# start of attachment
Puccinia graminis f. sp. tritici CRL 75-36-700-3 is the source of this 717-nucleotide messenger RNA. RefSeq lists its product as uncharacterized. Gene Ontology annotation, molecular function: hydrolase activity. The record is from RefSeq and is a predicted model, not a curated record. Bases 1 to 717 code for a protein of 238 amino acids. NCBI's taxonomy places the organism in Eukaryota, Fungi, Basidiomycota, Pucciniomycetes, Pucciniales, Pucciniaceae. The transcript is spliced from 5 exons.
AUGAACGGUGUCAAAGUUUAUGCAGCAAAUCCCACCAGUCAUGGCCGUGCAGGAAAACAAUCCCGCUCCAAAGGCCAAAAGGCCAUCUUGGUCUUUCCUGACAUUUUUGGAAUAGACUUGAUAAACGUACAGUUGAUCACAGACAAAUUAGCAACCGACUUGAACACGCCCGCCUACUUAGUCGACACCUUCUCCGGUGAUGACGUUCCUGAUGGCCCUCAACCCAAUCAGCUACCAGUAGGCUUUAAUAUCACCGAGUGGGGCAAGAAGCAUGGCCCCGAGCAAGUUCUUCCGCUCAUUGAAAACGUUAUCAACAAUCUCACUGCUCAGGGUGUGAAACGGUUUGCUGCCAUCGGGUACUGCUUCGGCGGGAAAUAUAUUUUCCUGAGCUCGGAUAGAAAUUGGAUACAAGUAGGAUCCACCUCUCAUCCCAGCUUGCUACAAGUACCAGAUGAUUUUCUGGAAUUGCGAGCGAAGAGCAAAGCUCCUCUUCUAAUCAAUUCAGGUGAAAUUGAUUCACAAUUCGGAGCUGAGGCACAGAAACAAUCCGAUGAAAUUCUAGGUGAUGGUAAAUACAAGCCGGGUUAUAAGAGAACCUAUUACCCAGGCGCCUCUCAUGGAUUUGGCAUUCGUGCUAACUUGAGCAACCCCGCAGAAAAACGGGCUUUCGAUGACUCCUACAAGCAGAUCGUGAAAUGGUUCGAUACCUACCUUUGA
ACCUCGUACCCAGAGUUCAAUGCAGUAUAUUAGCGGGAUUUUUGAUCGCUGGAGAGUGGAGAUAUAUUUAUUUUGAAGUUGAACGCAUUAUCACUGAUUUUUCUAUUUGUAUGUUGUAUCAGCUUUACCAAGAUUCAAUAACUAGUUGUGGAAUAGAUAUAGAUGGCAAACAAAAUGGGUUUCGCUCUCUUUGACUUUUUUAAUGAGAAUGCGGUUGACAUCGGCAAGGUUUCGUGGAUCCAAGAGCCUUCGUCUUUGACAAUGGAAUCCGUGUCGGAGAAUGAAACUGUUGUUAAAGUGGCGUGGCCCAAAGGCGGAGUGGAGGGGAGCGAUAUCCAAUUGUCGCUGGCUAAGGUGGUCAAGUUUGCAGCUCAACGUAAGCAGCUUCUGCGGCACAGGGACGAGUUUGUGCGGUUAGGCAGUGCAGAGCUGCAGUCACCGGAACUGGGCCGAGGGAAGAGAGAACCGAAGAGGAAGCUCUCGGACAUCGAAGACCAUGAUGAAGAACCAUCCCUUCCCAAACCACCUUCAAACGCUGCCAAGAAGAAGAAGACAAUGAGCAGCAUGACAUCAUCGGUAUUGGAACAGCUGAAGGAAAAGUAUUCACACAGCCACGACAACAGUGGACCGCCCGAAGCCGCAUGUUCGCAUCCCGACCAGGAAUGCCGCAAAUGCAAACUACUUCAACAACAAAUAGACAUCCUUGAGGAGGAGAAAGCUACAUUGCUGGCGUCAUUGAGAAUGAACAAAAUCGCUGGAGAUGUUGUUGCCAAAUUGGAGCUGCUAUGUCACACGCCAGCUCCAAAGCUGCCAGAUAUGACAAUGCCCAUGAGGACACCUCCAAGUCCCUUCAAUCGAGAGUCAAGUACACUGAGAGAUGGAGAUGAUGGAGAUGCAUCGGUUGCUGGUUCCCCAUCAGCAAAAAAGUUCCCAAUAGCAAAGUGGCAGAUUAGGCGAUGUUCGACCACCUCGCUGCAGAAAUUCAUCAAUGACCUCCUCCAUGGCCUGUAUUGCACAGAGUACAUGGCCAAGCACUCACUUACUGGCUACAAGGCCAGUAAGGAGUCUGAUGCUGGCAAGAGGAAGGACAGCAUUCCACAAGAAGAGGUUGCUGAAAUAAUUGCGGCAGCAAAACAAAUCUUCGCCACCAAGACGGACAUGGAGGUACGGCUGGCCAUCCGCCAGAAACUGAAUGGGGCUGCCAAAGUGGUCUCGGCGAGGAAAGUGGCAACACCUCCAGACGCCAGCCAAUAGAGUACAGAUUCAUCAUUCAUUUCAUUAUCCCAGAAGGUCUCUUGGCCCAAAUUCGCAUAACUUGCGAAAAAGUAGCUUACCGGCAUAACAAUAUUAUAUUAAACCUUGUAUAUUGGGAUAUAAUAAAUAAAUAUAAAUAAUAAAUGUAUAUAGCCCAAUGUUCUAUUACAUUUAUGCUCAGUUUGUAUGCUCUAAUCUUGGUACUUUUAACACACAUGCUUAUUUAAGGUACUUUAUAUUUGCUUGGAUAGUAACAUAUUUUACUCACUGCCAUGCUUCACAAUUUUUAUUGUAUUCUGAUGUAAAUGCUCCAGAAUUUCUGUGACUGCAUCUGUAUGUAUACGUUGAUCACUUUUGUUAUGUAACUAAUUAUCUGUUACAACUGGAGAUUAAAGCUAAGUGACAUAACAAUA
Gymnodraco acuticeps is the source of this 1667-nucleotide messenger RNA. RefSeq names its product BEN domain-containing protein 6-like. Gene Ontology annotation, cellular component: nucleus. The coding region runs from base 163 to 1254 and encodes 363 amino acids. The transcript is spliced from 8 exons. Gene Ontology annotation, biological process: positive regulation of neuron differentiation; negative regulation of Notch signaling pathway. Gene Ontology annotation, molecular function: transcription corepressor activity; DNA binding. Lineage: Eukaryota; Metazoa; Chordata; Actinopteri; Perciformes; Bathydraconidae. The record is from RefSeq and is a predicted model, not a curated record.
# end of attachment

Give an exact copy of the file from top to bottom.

Puccinia graminis f. sp. tritici CRL 75-36-700-3 is the source of this 717-nucleotide messenger RNA. RefSeq lists its product as uncharacterized. Gene Ontology annotation, molecular function: hydrolase activity. The record is from RefSeq and is a predicted model, not a curated record. Bases 1 to 717 code for a protein of 238 amino acids. NCBI's taxonomy places the organism in Eukaryota, Fungi, Basidiomycota, Pucciniomycetes, Pucciniales, Pucciniaceae. The transcript is spliced from 5 exons.
AUGAACGGUGUCAAAGUUUAUGCAGCAAAUCCCACCAGUCAUGGCCGUGCAGGAAAACAAUCCCGCUCCAAAGGCCAAAAGGCCAUCUUGGUCUUUCCUGACAUUUUUGGAAUAGACUUGAUAAACGUACAGUUGAUCACAGACAAAUUAGCAACCGACUUGAACACGCCCGCCUACUUAGUCGACACCUUCUCCGGUGAUGACGUUCCUGAUGGCCCUCAACCCAAUCAGCUACCAGUAGGCUUUAAUAUCACCGAGUGGGGCAAGAAGCAUGGCCCCGAGCAAGUUCUUCCGCUCAUUGAAAACGUUAUCAACAAUCUCACUGCUCAGGGUGUGAAACGGUUUGCUGCCAUCGGGUACUGCUUCGGCGGGAAAUAUAUUUUCCUGAGCUCGGAUAGAAAUUGGAUACAAGUAGGAUCCACCUCUCAUCCCAGCUUGCUACAAGUACCAGAUGAUUUUCUGGAAUUGCGAGCGAAGAGCAAAGCUCCUCUUCUAAUCAAUUCAGGUGAAAUUGAUUCACAAUUCGGAGCUGAGGCACAGAAACAAUCCGAUGAAAUUCUAGGUGAUGGUAAAUACAAGCCGGGUUAUAAGAGAACCUAUUACCCAGGCGCCUCUCAUGGAUUUGGCAUUCGUGCUAACUUGAGCAACCCCGCAGAAAAACGGGCUUUCGAUGACUCCUACAAGCAGAUCGUGAAAUGGUUCGAUACCUACCUUUGA
ACCUCGUACCCAGAGUUCAAUGCAGUAUAUUAGCGGGAUUUUUGAUCGCUGGAGAGUGGAGAUAUAUUUAUUUUGAAGUUGAACGCAUUAUCACUGAUUUUUCUAUUUGUAUGUUGUAUCAGCUUUACCAAGAUUCAAUAACUAGUUGUGGAAUAGAUAUAGAUGGCAAACAAAAUGGGUUUCGCUCUCUUUGACUUUUUUAAUGAGAAUGCGGUUGACAUCGGCAAGGUUUCGUGGAUCCAAGAGCCUUCGUCUUUGACAAUGGAAUCCGUGUCGGAGAAUGAAACUGUUGUUAAAGUGGCGUGGCCCAAAGGCGGAGUGGAGGGGAGCGAUAUCCAAUUGUCGCUGGCUAAGGUGGUCAAGUUUGCAGCUCAACGUAAGCAGCUUCUGCGGCACAGGGACGAGUUUGUGCGGUUAGGCAGUGCAGAGCUGCAGUCACCGGAACUGGGCCGAGGGAAGAGAGAACCGAAGAGGAAGCUCUCGGACAUCGAAGACCAUGAUGAAGAACCAUCCCUUCCCAAACCACCUUCAAACGCUGCCAAGAAGAAGAAGACAAUGAGCAGCAUGACAUCAUCGGUAUUGGAACAGCUGAAGGAAAAGUAUUCACACAGCCACGACAACAGUGGACCGCCCGAAGCCGCAUGUUCGCAUCCCGACCAGGAAUGCCGCAAAUGCAAACUACUUCAACAACAAAUAGACAUCCUUGAGGAGGAGAAAGCUACAUUGCUGGCGUCAUUGAGAAUGAACAAAAUCGCUGGAGAUGUUGUUGCCAAAUUGGAGCUGCUAUGUCACACGCCAGCUCCAAAGCUGCCAGAUAUGACAAUGCCCAUGAGGACACCUCCAAGUCCCUUCAAUCGAGAGUCAAGUACACUGAGAGAUGGAGAUGAUGGAGAUGCAUCGGUUGCUGGUUCCCCAUCAGCAAAAAAGUUCCCAAUAGCAAAGUGGCAGAUUAGGCGAUGUUCGACCACCUCGCUGCAGAAAUUCAUCAAUGACCUCCUCCAUGGCCUGUAUUGCACAGAGUACAUGGCCAAGCACUCACUUACUGGCUACAAGGCCAGUAAGGAGUCUGAUGCUGGCAAGAGGAAGGACAGCAUUCCACAAGAAGAGGUUGCUGAAAUAAUUGCGGCAGCAAAACAAAUCUUCGCCACCAAGACGGACAUGGAGGUACGGCUGGCCAUCCGCCAGAAACUGAAUGGGGCUGCCAAAGUGGUCUCGGCGAGGAAAGUGGCAACACCUCCAGACGCCAGCCAAUAGAGUACAGAUUCAUCAUUCAUUUCAUUAUCCCAGAAGGUCUCUUGGCCCAAAUUCGCAUAACUUGCGAAAAAGUAGCUUACCGGCAUAACAAUAUUAUAUUAAACCUUGUAUAUUGGGAUAUAAUAAAUAAAUAUAAAUAAUAAAUGUAUAUAGCCCAAUGUUCUAUUACAUUUAUGCUCAGUUUGUAUGCUCUAAUCUUGGUACUUUUAACACACAUGCUUAUUUAAGGUACUUUAUAUUUGCUUGGAUAGUAACAUAUUUUACUCACUGCCAUGCUUCACAAUUUUUAUUGUAUUCUGAUGUAAAUGCUCCAGAAUUUCUGUGACUGCAUCUGUAUGUAUACGUUGAUCACUUUUGUUAUGUAACUAAUUAUCUGUUACAACUGGAGAUUAAAGCUAAGUGACAUAACAAUA
Gymnodraco acuticeps is the source of this 1667-nucleotide messenger RNA. RefSeq names its product BEN domain-containing protein 6-like. Gene Ontology annotation, cellular component: nucleus. The coding region runs from base 163 to 1254 and encodes 363 amino acids. The transcript is spliced from 8 exons. Gene Ontology annotation, biological process: positive regulation of neuron differentiation; negative regulation of Notch signaling pathway. Gene Ontology annotation, molecular function: transcription corepressor activity; DNA binding. Lineage: Eukaryota; Metazoa; Chordata; Actinopteri; Perciformes; Bathydraconidae. The record is from RefSeq and is a predicted model, not a curated record.